Ocean acidification has the potential to significantly impact both aquaculture and wild-caught mollusk fisheries around the world. In this work, we build upon a previously published integrated assessment model of the US Atlantic Sea Scallop (Placopecten magellanicus) fishery to determine the possible future of the fishery under a suite of climate, economic, biological, and management scenarios. We developed a 4x4x4x4 hypercube scenario framework that resulted in 256 possible combinations of future scenarios. The study highlights the potential impacts of ocean acidification and management for a subset of future climate scenarios, with a high CO2 emissions case (RCP8.5) and lower CO2 emissions and climate mitigation case (RCP4.5). Under RCP4.5 and the highest impact and management scenario, ocean acidification has the potential to reduce sea scallop biomass by approximately 13% by the end of century; however, the lesser impact scenarios cause very little change. Under RCP8.5, sea scallop biomass may decline by more than 50% by the end of century, leading to subsequent declines in industry landings and revenue. Management-set catch limits improve the outcomes of the fishery under both climate scenarios, and the addition of a 10% area closure increases future biomass by more than 25% under the highest ocean acidification impacts. However, increased management still does not stop the projected long-term decline of the fishery under ocean acidification scenarios. Given our incomplete understanding of acidification impacts on P. magellanicus, these declines, along with the high value of the industry, suggest population-level effects of acidification should be a clear research priority. Projections described in this manuscript illustrate both the potential impacts of ocean acidification under a business-as-usual and a moderately strong climate-policy scenario. We also illustrate the importance of fisheries management targets in improving the long-term outcome of the P. magellanicus fishery under potential global change.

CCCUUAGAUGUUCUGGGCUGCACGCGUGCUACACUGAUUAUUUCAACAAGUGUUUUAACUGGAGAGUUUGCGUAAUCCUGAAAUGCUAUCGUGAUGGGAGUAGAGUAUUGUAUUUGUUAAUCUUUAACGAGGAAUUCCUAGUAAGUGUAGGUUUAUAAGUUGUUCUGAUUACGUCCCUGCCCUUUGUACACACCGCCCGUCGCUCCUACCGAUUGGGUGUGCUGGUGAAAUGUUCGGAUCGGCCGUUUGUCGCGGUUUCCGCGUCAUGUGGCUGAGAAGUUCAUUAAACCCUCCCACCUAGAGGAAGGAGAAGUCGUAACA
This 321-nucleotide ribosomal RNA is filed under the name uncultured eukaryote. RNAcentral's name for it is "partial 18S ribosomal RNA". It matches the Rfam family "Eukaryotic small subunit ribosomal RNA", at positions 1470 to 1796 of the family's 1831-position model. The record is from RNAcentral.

Continue reading ‘Projected impacts of future climate change, ocean acidification, and management on the US Atlantic sea scallop (Placopecten magellanicus) fishery’